Most students work on assignments in chunks, meaning at different times and places. It is therefore helpful and time-saving to write or save as many details of your sources as possible (author, title, chapter, page no., URL, etc.) every time you use one so you may refer back to it if and when you need to.
If you are getting information from databases such as Academic Search Complete through EBSCO, you should open an account and save your sources in folders. This is very helpful when you need to add/remove sources and compile your bibliography or reference list.
There are 2 steps when citing:
1. In-text citation
This means referring to the original source and adding a number in brackets within the assignment. A number enclosed in square brackets, eg. , placed in the text, indicates the relevant reference. It should appear on the same line as the text, before any punctuation, with a space before the bracket.
Example of a reference list:
 M.R. Gibbard, A.B. Sesay, and L. Strawczynski, "Asymmetric equalization structure for broadband indoor wireless data communications," in Proc. 6th Int. Conf. Wireless Communications, vol. 2, Calgary, Alta., July 11–13, 1994, pp. 521–535.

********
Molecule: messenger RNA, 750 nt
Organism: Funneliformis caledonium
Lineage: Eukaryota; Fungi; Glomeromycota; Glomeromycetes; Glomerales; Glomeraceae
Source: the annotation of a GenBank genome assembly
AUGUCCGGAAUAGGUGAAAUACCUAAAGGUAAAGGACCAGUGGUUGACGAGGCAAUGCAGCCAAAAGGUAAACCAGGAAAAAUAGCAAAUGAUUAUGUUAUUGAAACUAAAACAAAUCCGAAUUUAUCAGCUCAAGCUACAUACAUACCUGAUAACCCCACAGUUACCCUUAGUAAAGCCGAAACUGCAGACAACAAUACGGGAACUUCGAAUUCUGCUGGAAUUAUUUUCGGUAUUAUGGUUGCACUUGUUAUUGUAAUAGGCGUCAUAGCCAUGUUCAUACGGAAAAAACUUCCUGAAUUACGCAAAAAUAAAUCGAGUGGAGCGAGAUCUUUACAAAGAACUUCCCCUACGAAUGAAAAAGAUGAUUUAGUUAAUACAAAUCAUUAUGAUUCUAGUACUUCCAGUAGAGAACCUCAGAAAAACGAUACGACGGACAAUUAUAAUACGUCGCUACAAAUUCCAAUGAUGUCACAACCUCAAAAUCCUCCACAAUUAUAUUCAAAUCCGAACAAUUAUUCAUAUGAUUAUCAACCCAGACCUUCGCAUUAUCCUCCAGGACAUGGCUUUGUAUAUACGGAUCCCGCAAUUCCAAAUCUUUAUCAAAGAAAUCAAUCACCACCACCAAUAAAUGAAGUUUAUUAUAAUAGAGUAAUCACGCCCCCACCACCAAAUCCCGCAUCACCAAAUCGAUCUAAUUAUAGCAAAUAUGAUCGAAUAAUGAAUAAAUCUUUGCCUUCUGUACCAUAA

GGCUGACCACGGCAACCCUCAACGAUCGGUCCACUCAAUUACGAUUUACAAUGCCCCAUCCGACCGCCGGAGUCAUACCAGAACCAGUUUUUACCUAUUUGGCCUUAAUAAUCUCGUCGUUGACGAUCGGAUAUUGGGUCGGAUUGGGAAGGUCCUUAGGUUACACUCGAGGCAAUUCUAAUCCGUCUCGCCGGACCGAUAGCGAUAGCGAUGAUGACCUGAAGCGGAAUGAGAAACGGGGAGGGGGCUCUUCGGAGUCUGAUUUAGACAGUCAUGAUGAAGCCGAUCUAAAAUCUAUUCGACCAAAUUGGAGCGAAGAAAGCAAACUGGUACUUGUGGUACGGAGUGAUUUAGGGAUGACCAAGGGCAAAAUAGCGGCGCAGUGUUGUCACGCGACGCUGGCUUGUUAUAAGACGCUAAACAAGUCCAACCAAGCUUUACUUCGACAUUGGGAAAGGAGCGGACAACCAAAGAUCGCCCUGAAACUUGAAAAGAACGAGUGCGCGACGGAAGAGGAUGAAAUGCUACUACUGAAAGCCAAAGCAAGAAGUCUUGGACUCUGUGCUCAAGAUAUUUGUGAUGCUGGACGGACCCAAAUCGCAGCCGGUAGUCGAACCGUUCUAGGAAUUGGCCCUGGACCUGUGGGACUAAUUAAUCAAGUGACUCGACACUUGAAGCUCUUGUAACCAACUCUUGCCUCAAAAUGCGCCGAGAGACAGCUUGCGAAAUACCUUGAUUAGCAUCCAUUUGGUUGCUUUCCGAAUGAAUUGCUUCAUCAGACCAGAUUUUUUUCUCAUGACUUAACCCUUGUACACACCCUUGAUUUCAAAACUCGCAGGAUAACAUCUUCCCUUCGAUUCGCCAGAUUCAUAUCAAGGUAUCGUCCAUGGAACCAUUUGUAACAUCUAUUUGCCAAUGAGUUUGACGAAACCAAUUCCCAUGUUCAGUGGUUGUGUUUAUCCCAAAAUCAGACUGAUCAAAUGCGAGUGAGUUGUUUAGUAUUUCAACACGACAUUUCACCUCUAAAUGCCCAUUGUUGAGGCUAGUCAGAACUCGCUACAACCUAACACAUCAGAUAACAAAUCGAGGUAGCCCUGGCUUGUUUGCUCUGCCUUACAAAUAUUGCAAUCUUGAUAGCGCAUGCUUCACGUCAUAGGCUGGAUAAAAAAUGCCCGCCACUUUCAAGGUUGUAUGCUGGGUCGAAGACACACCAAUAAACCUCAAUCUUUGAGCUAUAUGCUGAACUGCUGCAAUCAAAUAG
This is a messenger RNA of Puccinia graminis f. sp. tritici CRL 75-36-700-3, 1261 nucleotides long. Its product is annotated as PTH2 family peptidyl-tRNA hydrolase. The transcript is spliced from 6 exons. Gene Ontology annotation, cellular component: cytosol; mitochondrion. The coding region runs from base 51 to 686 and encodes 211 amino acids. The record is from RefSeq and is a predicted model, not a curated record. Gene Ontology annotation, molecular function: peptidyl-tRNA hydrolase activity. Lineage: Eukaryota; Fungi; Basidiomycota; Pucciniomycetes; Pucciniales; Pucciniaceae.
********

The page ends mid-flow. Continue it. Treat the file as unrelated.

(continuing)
K. Iba, H. Suzuli, M. Egawa, and T. Watanabe, "Calculation of the critical loading condition with nose curve using homotopy continuation method," presented at IEEE/PES 1990 Summer Meeting, Minneapolis, Minn., July 15–19, 1990.
 J.E. Roy, W.R. Lauber, and J.M. Bertrand, "Measurements of the electromagnetic far-fields produced by a portable transmitter (principal planes)," Electromagnetics and Compatibility Group, Communications Research Centre, Ottawa, Ont., Report No. CRC-RP-98-002, Feb. 1998.